The dirty little secret of Oscar winner ‘Departures’

Sentinel Staff Writer

t was the great surprise in this past year’s Oscars, a movie that the smart money never saw coming.

Best foreign language film? Had to be Waltz with Bashir, right?

Wrong. The wry, compassionate and elegiac Japanese comedy-drama Departures took home the prize. Director Yojiro Takita admits he was “as surprised as everyone else,” but “excited and delighted.”

Departures, which The New York Times promptly labeled “the film that cost you your Oscars pool,” is surprising in other ways. A movie set against a great cultural taboo in Japan -- cleaning and preparing dead bodies (while in view of their families) for cremation -- it was a movie its director maintains almost didn’t get made.


“It was very difficult to cast and finance,” Takita, 53, says through an interpreter. “Death is seen as something filthy in Japan, a dirty subject people tend to turn their eyes away from. Plainly is not an easy subject for us.”

In the film, a newly laid off cellist (Masahiro Motoki) returns with his wife to his hometown. The only job he can find is discretely advertised as working with “departures.” And the boss ( Tsutomu Yamazaki of the Japanese classics Tampopo and A Taxing Woman) isn’t hiring a travel agent.

“Before encoffinment arose as an occupation, either family members or those who are close to the family from the community would perform those rituals,” Takita says. It’s not a “popular profession,” he hastens to add. Few people practice the trade.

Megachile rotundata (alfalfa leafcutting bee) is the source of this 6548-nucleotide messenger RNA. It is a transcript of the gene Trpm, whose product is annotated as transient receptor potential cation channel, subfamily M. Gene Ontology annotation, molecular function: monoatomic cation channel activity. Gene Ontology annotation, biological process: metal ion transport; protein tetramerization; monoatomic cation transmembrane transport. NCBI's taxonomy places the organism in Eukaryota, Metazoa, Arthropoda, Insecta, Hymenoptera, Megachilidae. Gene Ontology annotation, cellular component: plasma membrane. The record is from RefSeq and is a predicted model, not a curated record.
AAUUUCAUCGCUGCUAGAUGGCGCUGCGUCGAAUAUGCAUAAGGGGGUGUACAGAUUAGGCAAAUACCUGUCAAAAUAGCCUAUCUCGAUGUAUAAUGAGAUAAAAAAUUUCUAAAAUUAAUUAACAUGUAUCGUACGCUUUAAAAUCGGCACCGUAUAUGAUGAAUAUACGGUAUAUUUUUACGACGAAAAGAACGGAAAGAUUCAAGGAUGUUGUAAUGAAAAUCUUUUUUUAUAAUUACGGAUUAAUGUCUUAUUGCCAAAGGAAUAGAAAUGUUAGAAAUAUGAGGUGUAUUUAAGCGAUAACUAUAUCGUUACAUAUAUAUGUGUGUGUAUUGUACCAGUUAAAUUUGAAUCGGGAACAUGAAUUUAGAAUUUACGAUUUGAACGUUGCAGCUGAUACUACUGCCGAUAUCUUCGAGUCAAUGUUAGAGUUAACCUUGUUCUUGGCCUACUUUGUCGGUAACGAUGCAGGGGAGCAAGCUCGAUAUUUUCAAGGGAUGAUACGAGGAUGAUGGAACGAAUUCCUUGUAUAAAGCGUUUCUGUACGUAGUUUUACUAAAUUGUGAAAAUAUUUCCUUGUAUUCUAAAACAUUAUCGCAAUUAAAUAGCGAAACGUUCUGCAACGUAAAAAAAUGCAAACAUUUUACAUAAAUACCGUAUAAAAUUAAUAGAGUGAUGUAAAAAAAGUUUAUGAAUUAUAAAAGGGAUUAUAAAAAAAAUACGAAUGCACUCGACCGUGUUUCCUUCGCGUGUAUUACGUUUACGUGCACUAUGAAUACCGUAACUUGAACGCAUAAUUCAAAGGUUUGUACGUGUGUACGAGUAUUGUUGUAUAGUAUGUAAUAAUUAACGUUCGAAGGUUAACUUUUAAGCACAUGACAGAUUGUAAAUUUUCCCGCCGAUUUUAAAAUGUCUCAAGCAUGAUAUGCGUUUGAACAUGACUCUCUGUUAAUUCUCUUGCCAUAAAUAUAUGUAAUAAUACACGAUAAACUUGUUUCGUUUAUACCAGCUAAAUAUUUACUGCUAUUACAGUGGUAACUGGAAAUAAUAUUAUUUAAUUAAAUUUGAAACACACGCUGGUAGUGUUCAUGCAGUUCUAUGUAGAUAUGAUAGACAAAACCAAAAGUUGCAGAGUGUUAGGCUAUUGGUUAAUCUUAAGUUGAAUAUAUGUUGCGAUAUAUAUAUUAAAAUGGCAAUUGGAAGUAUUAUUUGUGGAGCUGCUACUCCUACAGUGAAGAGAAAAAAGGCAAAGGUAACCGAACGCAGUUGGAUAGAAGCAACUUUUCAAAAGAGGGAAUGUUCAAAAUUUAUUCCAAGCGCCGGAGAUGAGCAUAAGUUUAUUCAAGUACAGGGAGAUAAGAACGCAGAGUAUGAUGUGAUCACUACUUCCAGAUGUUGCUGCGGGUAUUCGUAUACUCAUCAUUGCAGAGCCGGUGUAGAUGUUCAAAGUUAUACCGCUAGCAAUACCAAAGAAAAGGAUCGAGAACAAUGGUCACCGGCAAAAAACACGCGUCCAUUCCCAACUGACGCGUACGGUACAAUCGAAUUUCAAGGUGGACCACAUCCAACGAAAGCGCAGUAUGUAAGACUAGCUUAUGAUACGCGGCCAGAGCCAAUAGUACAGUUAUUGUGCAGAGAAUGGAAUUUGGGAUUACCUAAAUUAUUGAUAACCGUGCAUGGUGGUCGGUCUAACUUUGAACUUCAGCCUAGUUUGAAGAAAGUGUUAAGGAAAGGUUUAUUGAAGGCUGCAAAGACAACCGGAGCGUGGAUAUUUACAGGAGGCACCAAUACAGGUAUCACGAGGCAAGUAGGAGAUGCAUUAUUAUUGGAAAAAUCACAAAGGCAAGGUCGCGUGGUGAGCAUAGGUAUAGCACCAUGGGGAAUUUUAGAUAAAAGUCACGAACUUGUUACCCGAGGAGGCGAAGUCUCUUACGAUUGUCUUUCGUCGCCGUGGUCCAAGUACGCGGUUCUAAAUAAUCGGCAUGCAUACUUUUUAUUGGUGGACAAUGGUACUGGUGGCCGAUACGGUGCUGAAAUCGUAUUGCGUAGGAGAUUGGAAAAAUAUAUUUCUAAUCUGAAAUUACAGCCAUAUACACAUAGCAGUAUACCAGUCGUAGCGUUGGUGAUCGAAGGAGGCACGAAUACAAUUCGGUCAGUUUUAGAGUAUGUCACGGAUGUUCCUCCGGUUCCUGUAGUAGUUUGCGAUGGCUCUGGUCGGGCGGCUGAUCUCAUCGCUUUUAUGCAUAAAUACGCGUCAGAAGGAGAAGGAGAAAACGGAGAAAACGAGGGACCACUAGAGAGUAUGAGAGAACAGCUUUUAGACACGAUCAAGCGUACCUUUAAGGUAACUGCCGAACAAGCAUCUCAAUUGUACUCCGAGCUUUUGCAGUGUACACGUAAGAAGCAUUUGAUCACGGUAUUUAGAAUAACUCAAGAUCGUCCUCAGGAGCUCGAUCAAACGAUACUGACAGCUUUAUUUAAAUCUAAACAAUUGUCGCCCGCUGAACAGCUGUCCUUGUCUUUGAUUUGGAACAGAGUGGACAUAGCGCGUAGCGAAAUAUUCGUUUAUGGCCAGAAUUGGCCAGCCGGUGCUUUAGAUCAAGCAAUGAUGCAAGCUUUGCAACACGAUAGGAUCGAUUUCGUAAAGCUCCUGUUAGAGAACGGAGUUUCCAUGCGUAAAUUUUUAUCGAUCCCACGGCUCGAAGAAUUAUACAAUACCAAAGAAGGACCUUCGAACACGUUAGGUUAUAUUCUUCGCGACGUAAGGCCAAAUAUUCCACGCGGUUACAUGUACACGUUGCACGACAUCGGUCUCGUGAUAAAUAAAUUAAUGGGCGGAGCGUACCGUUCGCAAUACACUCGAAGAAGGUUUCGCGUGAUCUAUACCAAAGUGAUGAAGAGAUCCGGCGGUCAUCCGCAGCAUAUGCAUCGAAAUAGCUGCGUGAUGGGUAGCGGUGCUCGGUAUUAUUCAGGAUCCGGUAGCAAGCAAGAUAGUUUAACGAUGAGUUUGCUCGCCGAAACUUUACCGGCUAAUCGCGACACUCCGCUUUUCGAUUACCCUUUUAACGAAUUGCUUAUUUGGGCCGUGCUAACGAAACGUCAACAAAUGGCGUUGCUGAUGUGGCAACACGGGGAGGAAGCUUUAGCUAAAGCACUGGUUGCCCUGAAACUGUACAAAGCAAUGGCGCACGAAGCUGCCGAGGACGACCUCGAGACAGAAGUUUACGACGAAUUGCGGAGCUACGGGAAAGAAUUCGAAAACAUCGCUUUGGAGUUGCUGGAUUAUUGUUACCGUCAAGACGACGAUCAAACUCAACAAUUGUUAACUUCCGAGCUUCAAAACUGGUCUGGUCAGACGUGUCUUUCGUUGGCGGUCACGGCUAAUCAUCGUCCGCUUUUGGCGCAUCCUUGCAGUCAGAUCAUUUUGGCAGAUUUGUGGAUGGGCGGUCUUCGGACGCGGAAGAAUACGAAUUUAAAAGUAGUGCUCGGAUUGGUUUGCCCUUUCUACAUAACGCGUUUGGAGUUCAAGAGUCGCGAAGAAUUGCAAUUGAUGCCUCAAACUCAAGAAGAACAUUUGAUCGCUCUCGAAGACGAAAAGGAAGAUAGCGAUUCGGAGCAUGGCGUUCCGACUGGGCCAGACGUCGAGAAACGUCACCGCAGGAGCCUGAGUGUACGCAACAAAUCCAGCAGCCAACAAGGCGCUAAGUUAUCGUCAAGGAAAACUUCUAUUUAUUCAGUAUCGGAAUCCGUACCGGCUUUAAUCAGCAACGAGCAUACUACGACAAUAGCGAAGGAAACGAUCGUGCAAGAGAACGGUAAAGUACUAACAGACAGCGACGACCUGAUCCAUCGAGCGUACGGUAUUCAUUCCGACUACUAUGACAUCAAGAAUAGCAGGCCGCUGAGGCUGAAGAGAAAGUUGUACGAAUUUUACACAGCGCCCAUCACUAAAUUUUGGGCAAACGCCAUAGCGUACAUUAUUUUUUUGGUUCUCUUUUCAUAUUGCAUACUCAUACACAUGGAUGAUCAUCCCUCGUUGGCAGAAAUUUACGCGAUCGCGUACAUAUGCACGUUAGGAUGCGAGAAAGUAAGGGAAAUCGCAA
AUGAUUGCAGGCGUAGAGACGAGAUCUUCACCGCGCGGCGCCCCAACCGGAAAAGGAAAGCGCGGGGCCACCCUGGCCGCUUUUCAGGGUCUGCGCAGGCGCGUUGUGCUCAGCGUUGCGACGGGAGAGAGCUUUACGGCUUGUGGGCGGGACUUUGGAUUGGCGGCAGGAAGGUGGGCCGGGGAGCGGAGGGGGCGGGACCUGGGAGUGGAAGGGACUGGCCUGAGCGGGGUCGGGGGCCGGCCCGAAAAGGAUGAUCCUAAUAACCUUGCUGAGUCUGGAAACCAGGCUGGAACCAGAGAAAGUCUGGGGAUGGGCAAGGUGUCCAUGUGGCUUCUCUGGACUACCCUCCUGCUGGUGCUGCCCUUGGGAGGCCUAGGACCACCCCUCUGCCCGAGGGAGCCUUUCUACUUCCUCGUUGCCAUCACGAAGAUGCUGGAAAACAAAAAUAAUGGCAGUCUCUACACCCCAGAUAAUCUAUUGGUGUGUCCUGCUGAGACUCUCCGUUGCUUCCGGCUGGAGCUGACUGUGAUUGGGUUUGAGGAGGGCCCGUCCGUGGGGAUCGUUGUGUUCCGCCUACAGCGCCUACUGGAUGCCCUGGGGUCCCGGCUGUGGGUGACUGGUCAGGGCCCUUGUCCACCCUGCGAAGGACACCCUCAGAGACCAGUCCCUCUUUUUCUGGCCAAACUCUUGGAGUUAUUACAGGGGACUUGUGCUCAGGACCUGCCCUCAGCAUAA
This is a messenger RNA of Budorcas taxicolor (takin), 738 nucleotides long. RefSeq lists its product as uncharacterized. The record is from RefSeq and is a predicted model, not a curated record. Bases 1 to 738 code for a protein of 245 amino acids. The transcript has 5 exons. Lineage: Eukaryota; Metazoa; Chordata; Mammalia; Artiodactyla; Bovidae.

“But it is important to be able to celebrate the life of the person who has passed, and for the people left behind to be able to reassess their lives and figure out how they will live from this point on,” Takita says, which is what appealed to him about Kundo Kayama’s„© script. The director also liked the parallel between playing the cello and carefully preparing a body. Might an artist (like a musician) be temperamentally better at this sort of work?

“What’s more important is the sensitivity you bring to the action,” Takita says. “It’s about how much the encoffiner thinks about the person who is deceased, about the bereaved and what the encoffiner can do that would allow the bereaved to celebrate that person’s life. The way we captured it in the film makes the process look more artistic than it usually is.

“At the same time, ironically, there is something similar between the process of encoffinment and the act of playing the cello. When you play the cello, the instrument has a human, curvaceous form. The cellist embraces that form when playing the instrument, very loving, affectionate. That’s very similar, physically, to the actions of the encoffiner, cradling the body, being tender and gentle with it.”

Departures’ sensitive (and sometimes humorous) approach to its subject owes something to its director, who got his start in “pink” films (soft-core porn) in the 1980s, and Yamazaki, whose edgy, unflappable presence has graced films for 30 years. When it came out in Japan, the movie might have made a difference, its director believes.

“I think the attitude toward the occupation is changing,” Takita says. “More young people, I hear, have expressed interest in encoffinment as a profession since the movie came out in Japan last year. I also get the sense that perhaps we in Japan are facing the end of life as a chance for inspiration and celebration, and not something that the grieving see as unclean.”